Loss-of-function ferrochelatase and gain-of-function erythroid-specific 5-aminolevulinate synthase mutations causing erythropoietic protoporphyria and X-linked protoporphyria in North American patients reveal novel mutations and a high prevalence of X-linked protoporphyria

Manisha Balwani, Dana Doheny, David F. Bishop, Irina Nazarenko, Makiko Yasuda, Harry A. Dailey, Karl Anderson, D. Montgomery Bissell, Joseph Bloomer, Herbert L. Bonkovsky, John D. Phillips, Lawrence Liu, Robert J. Desnick

Research output: Contribution to journalArticle

48 Citations (Scopus)

Abstract

Erythropoietic protoporphyria (EPP) and X-linked protoporphyria (XLP) are inborn errors of heme biosynthesis with the same phenotype but resulting from autosomal recessive loss-of-function mutations in the ferrochelatase (FECH) gene and gain-of-function mutations in the X-linked erythroid-specific 5-aminolevulinate synthase (ALAS2) gene, respectively. The EPP phenotype is characterized by acute, painful, cutaneous photosensitivity and elevated erythrocyte protoporphyrin levels. We report the FECH and ALAS2 mutations in 155 unrelated North American patients with the EPP phenotype. FECH sequencing and dosage analyses identified 140 patients with EPP: 134 with one loss-of-function allele and the common IVS3-48T>C low expression allele, three with two loss-of-function mutations and three with one loss-of-function mutation and two low expression alleles. There were 48 previously reported and 23 novel FECH mutations. The remaining 15 probands had ALAS2 gain-of-function mutations causing XLP: 13 with the previously reported deletion, c.1706_1709delAGTG, and two with novel mutations, c.1734delG and c.1642C>T(p.Q548X). Notably, XLP represented ~10% of EPP phenotype patients in North America, two to five times more than in Western Europe. XLP males had twofold higher erythrocyte protoporphyrin levels than EPP patients, predisposing to more severe photosensitivity and liver disease. Identification of XLP patients permits accurate diagnosis and counseling of at-risk relatives and asymptomatic heterozygotes.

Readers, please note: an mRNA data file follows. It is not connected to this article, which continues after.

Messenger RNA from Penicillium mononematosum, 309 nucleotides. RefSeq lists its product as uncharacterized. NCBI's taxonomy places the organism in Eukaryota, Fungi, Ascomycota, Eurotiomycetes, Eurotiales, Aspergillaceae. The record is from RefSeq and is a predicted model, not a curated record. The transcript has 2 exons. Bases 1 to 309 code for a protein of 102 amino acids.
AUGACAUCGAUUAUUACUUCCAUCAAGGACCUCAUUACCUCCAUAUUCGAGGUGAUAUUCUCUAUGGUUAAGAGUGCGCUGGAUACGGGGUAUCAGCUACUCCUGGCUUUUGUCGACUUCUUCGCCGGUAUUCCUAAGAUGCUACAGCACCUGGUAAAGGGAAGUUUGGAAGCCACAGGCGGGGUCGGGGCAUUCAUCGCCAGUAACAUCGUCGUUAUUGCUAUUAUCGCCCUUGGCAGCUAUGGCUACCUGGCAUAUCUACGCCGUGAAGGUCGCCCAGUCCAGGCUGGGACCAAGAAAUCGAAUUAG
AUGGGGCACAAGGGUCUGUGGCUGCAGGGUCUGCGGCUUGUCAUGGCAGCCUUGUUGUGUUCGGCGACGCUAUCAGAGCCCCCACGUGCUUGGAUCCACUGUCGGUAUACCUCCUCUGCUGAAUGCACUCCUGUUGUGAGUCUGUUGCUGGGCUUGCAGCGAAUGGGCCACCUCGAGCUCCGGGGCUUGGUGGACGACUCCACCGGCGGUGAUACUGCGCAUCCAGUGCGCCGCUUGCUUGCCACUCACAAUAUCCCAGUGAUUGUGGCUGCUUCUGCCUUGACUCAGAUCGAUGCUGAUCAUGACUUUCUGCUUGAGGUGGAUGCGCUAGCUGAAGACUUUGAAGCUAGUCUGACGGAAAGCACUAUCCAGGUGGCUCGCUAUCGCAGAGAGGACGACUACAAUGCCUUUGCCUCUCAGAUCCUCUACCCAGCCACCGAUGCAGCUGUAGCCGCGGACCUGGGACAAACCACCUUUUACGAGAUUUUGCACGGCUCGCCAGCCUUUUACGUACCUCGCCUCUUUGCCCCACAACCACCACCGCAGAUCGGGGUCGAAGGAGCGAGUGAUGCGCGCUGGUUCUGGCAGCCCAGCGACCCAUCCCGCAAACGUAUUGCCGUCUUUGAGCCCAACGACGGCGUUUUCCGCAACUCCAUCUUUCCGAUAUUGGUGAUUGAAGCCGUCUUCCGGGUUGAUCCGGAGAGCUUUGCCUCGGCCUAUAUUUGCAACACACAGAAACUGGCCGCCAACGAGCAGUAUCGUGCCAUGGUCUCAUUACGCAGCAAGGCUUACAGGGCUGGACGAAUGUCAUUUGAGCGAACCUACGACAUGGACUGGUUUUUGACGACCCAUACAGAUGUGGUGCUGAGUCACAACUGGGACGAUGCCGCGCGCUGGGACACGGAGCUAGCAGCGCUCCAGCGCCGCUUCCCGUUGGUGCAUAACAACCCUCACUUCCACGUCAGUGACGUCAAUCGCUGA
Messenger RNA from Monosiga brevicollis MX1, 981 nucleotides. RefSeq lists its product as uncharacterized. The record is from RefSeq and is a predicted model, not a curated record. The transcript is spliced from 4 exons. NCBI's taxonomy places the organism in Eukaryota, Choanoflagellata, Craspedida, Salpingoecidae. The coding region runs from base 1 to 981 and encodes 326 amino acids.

Original languageEnglish (US)
Pages (from-to)26-35
Number of pages10
JournalMolecular Medicine
Volume19
Issue number1
DOIs
StatePublished - Jan 23 2013

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Ferrochelatase
Erythropoietic Protoporphyria
5-Aminolevulinate Synthetase
Mutation
Phenotype
Alleles
Erythrocytes
Heterozygote
North America
Heme
Genes
Liver Diseases
Counseling
Skin

ASJC Scopus subject areas

  • Genetics
  • Molecular Biology
  • Molecular Medicine
  • Genetics(clinical)

Cite this

Loss-of-function ferrochelatase and gain-of-function erythroid-specific 5-aminolevulinate synthase mutations causing erythropoietic protoporphyria and X-linked protoporphyria in North American patients reveal novel mutations and a high prevalence of X-linked protoporphyria. / Balwani, Manisha; Doheny, Dana; Bishop, David F.; Nazarenko, Irina; Yasuda, Makiko; Dailey, Harry A.; Anderson, Karl; Montgomery Bissell, D.; Bloomer, Joseph; Bonkovsky, Herbert L.; Phillips, John D.; Liu, Lawrence; Desnick, Robert J.

In: Molecular Medicine, Vol. 19, No. 1, 23.01.2013, p. 26-35.

Research output: Contribution to journalArticle

Balwani, Manisha ; Doheny, Dana ; Bishop, David F. ; Nazarenko, Irina ; Yasuda, Makiko ; Dailey, Harry A. ; Anderson, Karl ; Montgomery Bissell, D. ; Bloomer, Joseph ; Bonkovsky, Herbert L. ; Phillips, John D. ; Liu, Lawrence ; Desnick, Robert J. / Loss-of-function ferrochelatase and gain-of-function erythroid-specific 5-aminolevulinate synthase mutations causing erythropoietic protoporphyria and X-linked protoporphyria in North American patients reveal novel mutations and a high prevalence of X-linked protoporphyria. In: Molecular Medicine. 2013 ; Vol. 19, No. 1. pp. 26-35.